which I am happy to donate to the Committee. This material is
systematically and transparently summarised. I agree with my colleague.
For no treatment modality is there good evidence that it is clinically
effective in asthma, atopic eczema or hayfever. These are the
three conditions that we have included in our systematic review.
Q508 Chairman: I just wonder whether
you might be able to comment on the term "holistic allergy
therapy". Professor Corrigan, I also wondered what you feel
the evidence is for the role of physiotherapy in breathing techniques
in patients with asthma.
Ms Chatfield: I have no idea what holistic allergy
therapy is. I have never heard of it.
Professor Corrigan: There are various breathing
techniques which can strengthen the respiratory muscles and these
are of proven benefit in some patients with asthma and indeed
chronic obstructive airways disease. Anxiety plays a natural role
in many of the symptoms of asthma and teaching patients to calm
and control breathing, techniques allied to physiotherapy, have
been shown to improve asthmatics' quality of life, presumably
because they help them to calm down and breathe more naturally.
There is no evidence these techniques improve the severity or
the natural history of the disease.
Professor Brostoff: Because allergy services
in the UK are minimal for the number of people who complain of
allergy, patients will be forced to go and see people who might
use Vega machines or apply kinesiology. Anecdotally, many of these
patients improve. Whether that is placebo or due specifically
to the technique, or it is a subgroup of patients who respond,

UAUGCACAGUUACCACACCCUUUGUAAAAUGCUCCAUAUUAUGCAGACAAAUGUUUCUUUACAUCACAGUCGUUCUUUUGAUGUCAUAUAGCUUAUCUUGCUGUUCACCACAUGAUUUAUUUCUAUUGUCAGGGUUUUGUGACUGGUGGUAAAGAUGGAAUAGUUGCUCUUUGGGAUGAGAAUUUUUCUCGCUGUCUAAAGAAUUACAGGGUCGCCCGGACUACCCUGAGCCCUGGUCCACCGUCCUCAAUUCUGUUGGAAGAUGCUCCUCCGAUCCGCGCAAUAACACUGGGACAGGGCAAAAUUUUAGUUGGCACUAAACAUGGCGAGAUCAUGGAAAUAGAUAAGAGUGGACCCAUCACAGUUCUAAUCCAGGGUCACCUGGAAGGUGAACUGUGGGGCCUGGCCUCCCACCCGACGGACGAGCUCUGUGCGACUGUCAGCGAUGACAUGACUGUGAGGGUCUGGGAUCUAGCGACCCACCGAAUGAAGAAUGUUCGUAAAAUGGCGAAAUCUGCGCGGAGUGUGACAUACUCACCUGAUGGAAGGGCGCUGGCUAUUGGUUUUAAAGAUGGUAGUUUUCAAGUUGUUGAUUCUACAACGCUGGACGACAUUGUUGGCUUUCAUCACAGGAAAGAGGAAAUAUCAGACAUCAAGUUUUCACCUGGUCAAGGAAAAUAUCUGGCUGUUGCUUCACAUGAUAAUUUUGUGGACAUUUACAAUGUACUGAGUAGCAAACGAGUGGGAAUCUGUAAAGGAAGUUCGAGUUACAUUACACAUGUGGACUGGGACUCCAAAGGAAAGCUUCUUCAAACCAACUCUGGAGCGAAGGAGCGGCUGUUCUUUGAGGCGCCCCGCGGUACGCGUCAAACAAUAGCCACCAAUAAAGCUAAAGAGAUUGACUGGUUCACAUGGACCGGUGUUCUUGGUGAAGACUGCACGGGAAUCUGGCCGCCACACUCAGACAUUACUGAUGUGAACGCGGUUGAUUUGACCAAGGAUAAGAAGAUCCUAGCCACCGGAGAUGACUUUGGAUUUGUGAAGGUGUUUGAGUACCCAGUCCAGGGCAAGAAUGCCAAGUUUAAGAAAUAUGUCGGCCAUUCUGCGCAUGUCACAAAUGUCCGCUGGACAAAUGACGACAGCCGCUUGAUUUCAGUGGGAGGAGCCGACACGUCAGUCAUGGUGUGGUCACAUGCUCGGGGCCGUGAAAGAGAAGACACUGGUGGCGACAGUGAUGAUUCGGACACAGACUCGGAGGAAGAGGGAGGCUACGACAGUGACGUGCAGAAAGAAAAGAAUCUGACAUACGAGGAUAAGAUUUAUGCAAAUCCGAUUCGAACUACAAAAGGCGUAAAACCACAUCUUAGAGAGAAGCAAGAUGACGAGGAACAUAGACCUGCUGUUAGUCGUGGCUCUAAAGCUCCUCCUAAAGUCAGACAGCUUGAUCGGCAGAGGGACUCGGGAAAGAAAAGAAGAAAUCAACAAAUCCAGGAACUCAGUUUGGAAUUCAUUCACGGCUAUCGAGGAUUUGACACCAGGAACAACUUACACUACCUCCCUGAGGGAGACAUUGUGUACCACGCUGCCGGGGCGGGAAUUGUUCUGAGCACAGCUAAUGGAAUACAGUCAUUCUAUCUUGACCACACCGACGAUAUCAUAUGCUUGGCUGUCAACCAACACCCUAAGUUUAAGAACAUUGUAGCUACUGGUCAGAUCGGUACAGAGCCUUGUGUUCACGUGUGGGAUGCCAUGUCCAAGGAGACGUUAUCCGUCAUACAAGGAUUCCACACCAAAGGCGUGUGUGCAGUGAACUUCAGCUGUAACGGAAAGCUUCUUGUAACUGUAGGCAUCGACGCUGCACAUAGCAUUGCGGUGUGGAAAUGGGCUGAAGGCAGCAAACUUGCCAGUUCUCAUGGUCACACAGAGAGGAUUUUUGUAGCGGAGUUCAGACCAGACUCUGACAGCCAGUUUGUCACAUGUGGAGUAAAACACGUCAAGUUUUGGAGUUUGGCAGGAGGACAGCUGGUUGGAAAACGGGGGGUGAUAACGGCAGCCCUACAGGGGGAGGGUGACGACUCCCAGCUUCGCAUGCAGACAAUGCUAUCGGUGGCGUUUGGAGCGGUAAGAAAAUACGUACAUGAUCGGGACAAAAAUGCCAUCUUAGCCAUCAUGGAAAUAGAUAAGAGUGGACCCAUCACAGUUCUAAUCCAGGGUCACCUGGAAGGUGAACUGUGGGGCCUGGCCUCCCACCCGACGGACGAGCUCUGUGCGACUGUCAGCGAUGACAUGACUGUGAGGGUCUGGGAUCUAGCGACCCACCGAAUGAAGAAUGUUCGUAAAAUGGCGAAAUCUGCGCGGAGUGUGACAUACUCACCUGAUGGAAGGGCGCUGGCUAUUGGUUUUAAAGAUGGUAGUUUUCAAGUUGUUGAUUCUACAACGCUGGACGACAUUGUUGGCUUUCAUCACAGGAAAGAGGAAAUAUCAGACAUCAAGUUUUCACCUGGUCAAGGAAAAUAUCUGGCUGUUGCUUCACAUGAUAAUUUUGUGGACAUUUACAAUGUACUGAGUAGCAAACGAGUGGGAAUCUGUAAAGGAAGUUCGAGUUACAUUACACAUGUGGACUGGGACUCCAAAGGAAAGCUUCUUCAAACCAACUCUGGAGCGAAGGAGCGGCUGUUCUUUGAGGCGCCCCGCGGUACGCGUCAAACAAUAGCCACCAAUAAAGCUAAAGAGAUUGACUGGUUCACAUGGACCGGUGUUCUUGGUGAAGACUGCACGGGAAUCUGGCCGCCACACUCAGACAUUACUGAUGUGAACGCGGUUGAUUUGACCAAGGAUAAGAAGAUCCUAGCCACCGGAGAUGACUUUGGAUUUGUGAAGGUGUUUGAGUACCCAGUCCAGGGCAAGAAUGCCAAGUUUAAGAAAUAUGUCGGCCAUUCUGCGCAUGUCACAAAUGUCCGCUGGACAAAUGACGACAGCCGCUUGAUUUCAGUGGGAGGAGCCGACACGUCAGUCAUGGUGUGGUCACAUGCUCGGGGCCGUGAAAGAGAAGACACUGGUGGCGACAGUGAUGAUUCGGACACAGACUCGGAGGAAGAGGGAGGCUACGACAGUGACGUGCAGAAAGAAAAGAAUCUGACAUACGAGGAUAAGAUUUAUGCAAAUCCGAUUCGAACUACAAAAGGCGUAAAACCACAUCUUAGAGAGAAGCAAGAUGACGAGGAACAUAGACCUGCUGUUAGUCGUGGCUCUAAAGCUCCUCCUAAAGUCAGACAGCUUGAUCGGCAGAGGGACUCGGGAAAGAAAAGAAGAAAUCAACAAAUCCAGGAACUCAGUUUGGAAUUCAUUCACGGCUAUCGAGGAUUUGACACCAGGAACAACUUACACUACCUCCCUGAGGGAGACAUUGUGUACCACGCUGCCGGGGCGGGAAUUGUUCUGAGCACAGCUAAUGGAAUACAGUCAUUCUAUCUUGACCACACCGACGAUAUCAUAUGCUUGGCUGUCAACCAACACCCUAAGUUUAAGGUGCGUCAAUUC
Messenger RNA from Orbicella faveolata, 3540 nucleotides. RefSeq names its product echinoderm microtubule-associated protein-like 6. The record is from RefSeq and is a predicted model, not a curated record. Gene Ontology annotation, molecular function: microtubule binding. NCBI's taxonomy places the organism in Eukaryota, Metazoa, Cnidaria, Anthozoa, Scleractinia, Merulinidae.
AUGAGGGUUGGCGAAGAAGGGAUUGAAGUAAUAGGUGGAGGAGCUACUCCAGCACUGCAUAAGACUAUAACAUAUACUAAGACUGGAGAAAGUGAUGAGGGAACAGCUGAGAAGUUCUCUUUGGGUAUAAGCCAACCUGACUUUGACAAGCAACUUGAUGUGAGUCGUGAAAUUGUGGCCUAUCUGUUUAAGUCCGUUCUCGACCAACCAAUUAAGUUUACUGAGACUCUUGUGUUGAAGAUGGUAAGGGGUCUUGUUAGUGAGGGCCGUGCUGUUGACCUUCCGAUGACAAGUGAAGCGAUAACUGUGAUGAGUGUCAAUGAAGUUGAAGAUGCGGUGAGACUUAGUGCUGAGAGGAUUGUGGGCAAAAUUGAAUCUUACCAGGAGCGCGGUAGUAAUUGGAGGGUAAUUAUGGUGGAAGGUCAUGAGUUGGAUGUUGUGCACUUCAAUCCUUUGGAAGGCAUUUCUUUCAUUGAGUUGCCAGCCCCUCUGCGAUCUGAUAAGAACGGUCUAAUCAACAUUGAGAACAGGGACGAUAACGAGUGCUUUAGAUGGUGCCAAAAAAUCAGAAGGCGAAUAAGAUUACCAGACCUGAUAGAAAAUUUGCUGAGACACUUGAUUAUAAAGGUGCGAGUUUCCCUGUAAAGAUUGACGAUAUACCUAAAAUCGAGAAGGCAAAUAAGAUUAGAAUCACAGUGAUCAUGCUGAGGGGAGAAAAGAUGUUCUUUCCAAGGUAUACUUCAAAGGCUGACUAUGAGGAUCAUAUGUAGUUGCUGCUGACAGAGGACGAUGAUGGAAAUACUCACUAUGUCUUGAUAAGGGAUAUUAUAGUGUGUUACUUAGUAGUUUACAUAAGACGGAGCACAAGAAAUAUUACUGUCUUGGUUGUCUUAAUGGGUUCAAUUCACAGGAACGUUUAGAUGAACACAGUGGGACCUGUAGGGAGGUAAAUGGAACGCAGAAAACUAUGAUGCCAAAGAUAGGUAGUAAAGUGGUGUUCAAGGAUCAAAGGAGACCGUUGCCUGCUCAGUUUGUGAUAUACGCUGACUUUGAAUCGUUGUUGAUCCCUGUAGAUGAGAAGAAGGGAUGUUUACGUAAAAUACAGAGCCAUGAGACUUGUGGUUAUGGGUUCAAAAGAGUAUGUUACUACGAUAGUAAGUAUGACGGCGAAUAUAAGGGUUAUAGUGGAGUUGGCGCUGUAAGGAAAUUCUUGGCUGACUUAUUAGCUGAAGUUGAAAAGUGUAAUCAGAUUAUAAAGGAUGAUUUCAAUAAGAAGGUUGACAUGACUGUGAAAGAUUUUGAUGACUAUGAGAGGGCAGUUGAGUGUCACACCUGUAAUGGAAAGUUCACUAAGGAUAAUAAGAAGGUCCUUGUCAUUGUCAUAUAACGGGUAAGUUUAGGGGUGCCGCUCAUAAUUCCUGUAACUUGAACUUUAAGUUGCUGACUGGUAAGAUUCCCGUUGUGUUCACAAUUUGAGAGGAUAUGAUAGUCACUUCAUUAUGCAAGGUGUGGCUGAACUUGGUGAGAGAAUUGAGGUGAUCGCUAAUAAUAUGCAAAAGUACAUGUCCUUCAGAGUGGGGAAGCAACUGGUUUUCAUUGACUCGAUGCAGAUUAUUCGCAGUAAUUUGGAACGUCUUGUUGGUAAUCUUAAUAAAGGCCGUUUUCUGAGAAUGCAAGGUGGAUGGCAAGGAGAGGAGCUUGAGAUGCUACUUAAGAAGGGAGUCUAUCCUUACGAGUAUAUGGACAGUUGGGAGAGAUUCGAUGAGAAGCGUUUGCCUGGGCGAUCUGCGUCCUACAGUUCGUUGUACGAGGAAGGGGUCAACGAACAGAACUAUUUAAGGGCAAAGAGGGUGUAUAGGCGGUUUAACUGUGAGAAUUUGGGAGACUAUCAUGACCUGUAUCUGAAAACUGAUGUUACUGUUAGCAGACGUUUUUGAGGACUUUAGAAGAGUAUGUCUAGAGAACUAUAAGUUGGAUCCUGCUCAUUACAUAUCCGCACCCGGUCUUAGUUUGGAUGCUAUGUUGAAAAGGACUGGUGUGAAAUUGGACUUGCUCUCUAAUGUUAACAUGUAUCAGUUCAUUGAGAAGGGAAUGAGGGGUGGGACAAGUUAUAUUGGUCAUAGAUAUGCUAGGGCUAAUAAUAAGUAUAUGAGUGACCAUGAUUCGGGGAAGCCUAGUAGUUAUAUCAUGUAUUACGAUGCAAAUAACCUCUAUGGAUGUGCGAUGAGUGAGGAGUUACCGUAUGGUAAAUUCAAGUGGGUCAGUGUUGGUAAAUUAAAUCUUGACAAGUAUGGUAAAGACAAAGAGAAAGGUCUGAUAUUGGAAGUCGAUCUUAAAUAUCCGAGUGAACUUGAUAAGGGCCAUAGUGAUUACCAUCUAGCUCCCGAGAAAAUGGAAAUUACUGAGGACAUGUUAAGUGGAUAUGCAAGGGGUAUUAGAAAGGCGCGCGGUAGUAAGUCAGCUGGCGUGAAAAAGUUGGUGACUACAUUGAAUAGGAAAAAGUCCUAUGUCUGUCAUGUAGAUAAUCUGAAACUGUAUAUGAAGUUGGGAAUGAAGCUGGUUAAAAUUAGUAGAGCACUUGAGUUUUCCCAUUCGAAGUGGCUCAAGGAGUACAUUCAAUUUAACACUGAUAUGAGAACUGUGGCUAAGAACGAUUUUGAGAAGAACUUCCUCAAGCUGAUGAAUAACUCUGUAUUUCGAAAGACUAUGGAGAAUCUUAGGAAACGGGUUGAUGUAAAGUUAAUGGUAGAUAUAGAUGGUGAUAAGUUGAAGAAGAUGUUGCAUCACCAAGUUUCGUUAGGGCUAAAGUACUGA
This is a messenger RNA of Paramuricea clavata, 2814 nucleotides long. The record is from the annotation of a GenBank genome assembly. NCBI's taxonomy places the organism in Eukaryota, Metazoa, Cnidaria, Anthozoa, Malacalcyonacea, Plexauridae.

it would take very little to produce a clinical study of sufficient
power to show that the Vega or applied kinesiology in controlled
conditions was effective, either globally in groups of patients
or in a subgroup. I think it is very sad that effort is not put
into this but it is quite understandable. Private practitioners
are not going to pay for clinical studies.
Q509 Lord Colwyn: May we assume that
none of you has a problem with the efficacy of the placebo effect?
Professor Brostoff: I wish I could treat every
patient with the placebo effect. It would be much less contentious
and have far fewer side effects.
Professor Ernst: I have absolutely no problem
with placebo effects. In fact, as a clinician, I used to try to
maximise them but I would like to point out that you do not need
a placebo in order to generate a placebo effect.
Q510 Lord Taverne: Professor Ernst said
that his clinical testing of alternative remedies and treatments
did not show any effect. Could he comment on what Professor Brostoff
has said about the use of Chinese herbs?
Professor Ernst: This is very complex because
Chinese herbs are a whole world in themselves. There are very
few people who understand them and I am probably not one of them.
They are usually given as individualised treatments so if you
all have asthma and I am a Chinese herbalist I would take your
pulse, look at your tongue and your constitution and so forth
and give you all different herbal mixtures, often containing a
dozen or more herbal ingredients and plants. The potential for
interaction, for instance, is huge there. This approach has not
been submitted to a clinical test. It can be tested, this individualised
approach, but it has not been. What my colleague spoke of was